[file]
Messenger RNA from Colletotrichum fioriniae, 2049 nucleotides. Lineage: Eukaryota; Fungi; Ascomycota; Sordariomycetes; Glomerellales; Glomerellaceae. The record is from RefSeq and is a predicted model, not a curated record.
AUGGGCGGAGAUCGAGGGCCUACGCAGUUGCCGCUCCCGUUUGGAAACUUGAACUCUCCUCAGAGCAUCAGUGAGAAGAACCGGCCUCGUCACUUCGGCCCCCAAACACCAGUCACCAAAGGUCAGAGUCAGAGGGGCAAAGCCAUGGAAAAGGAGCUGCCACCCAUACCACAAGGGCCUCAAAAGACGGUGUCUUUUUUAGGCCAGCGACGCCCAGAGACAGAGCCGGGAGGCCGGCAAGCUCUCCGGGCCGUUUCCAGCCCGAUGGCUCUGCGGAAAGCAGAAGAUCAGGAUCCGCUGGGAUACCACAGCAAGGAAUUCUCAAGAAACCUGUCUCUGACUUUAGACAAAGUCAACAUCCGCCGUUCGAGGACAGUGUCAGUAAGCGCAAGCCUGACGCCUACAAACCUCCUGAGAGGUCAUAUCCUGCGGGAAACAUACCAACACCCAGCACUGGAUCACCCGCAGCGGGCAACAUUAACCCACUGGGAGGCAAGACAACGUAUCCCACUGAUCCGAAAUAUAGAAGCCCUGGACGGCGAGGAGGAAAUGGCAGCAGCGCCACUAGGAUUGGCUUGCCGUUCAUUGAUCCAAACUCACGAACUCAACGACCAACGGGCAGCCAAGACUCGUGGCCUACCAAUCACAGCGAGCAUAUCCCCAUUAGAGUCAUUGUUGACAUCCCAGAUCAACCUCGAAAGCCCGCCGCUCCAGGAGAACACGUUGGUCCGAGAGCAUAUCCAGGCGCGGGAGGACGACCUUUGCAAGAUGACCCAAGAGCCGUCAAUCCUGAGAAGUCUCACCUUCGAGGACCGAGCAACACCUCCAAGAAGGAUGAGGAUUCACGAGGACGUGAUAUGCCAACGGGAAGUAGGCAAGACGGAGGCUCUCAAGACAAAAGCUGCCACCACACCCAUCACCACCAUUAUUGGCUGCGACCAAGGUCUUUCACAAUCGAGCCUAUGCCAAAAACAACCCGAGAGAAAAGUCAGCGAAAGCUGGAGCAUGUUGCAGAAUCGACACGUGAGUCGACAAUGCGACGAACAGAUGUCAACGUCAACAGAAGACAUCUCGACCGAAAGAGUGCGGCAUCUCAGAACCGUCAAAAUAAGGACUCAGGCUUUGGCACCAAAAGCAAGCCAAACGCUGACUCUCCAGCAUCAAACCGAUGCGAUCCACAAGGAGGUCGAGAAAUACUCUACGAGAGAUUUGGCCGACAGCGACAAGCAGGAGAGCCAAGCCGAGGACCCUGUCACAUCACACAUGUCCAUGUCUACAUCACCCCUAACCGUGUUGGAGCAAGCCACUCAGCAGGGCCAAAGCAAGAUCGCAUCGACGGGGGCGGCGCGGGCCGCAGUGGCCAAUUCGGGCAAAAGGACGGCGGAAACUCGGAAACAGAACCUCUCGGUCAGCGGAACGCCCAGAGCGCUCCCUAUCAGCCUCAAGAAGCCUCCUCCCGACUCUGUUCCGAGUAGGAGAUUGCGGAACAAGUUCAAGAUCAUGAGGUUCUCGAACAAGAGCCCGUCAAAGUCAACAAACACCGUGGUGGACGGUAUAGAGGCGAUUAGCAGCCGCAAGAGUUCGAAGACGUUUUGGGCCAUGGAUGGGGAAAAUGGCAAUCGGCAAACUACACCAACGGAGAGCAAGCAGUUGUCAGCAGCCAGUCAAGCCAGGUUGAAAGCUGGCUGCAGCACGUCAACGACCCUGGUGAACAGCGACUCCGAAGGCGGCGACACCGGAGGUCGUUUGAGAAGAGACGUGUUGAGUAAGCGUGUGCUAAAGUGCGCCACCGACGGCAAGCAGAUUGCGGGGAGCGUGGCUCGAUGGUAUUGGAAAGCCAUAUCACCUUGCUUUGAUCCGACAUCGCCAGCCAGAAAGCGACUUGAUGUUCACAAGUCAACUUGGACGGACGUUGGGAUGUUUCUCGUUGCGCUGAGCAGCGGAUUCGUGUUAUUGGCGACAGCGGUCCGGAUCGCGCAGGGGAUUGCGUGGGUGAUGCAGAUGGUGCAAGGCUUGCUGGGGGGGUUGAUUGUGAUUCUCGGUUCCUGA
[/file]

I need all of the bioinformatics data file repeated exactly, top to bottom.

Messenger RNA from Colletotrichum fioriniae, 2049 nucleotides. Lineage: Eukaryota; Fungi; Ascomycota; Sordariomycetes; Glomerellales; Glomerellaceae. The record is from RefSeq and is a predicted model, not a curated record.
AUGGGCGGAGAUCGAGGGCCUACGCAGUUGCCGCUCCCGUUUGGAAACUUGAACUCUCCUCAGAGCAUCAGUGAGAAGAACCGGCCUCGUCACUUCGGCCCCCAAACACCAGUCACCAAAGGUCAGAGUCAGAGGGGCAAAGCCAUGGAAAAGGAGCUGCCACCCAUACCACAAGGGCCUCAAAAGACGGUGUCUUUUUUAGGCCAGCGACGCCCAGAGACAGAGCCGGGAGGCCGGCAAGCUCUCCGGGCCGUUUCCAGCCCGAUGGCUCUGCGGAAAGCAGAAGAUCAGGAUCCGCUGGGAUACCACAGCAAGGAAUUCUCAAGAAACCUGUCUCUGACUUUAGACAAAGUCAACAUCCGCCGUUCGAGGACAGUGUCAGUAAGCGCAAGCCUGACGCCUACAAACCUCCUGAGAGGUCAUAUCCUGCGGGAAACAUACCAACACCCAGCACUGGAUCACCCGCAGCGGGCAACAUUAACCCACUGGGAGGCAAGACAACGUAUCCCACUGAUCCGAAAUAUAGAAGCCCUGGACGGCGAGGAGGAAAUGGCAGCAGCGCCACUAGGAUUGGCUUGCCGUUCAUUGAUCCAAACUCACGAACUCAACGACCAACGGGCAGCCAAGACUCGUGGCCUACCAAUCACAGCGAGCAUAUCCCCAUUAGAGUCAUUGUUGACAUCCCAGAUCAACCUCGAAAGCCCGCCGCUCCAGGAGAACACGUUGGUCCGAGAGCAUAUCCAGGCGCGGGAGGACGACCUUUGCAAGAUGACCCAAGAGCCGUCAAUCCUGAGAAGUCUCACCUUCGAGGACCGAGCAACACCUCCAAGAAGGAUGAGGAUUCACGAGGACGUGAUAUGCCAACGGGAAGUAGGCAAGACGGAGGCUCUCAAGACAAAAGCUGCCACCACACCCAUCACCACCAUUAUUGGCUGCGACCAAGGUCUUUCACAAUCGAGCCUAUGCCAAAAACAACCCGAGAGAAAAGUCAGCGAAAGCUGGAGCAUGUUGCAGAAUCGACACGUGAGUCGACAAUGCGACGAACAGAUGUCAACGUCAACAGAAGACAUCUCGACCGAAAGAGUGCGGCAUCUCAGAACCGUCAAAAUAAGGACUCAGGCUUUGGCACCAAAAGCAAGCCAAACGCUGACUCUCCAGCAUCAAACCGAUGCGAUCCACAAGGAGGUCGAGAAAUACUCUACGAGAGAUUUGGCCGACAGCGACAAGCAGGAGAGCCAAGCCGAGGACCCUGUCACAUCACACAUGUCCAUGUCUACAUCACCCCUAACCGUGUUGGAGCAAGCCACUCAGCAGGGCCAAAGCAAGAUCGCAUCGACGGGGGCGGCGCGGGCCGCAGUGGCCAAUUCGGGCAAAAGGACGGCGGAAACUCGGAAACAGAACCUCUCGGUCAGCGGAACGCCCAGAGCGCUCCCUAUCAGCCUCAAGAAGCCUCCUCCCGACUCUGUUCCGAGUAGGAGAUUGCGGAACAAGUUCAAGAUCAUGAGGUUCUCGAACAAGAGCCCGUCAAAGUCAACAAACACCGUGGUGGACGGUAUAGAGGCGAUUAGCAGCCGCAAGAGUUCGAAGACGUUUUGGGCCAUGGAUGGGGAAAAUGGCAAUCGGCAAACUACACCAACGGAGAGCAAGCAGUUGUCAGCAGCCAGUCAAGCCAGGUUGAAAGCUGGCUGCAGCACGUCAACGACCCUGGUGAACAGCGACUCCGAAGGCGGCGACACCGGAGGUCGUUUGAGAAGAGACGUGUUGAGUAAGCGUGUGCUAAAGUGCGCCACCGACGGCAAGCAGAUUGCGGGGAGCGUGGCUCGAUGGUAUUGGAAAGCCAUAUCACCUUGCUUUGAUCCGACAUCGCCAGCCAGAAAGCGACUUGAUGUUCACAAGUCAACUUGGACGGACGUUGGGAUGUUUCUCGUUGCGCUGAGCAGCGGAUUCGUGUUAUUGGCGACAGCGGUCCGGAUCGCGCAGGGGAUUGCGUGGGUGAUGCAGAUGGUGCAAGGCUUGCUGGGGGGGUUGAUUGUGAUUCUCGGUUCCUGA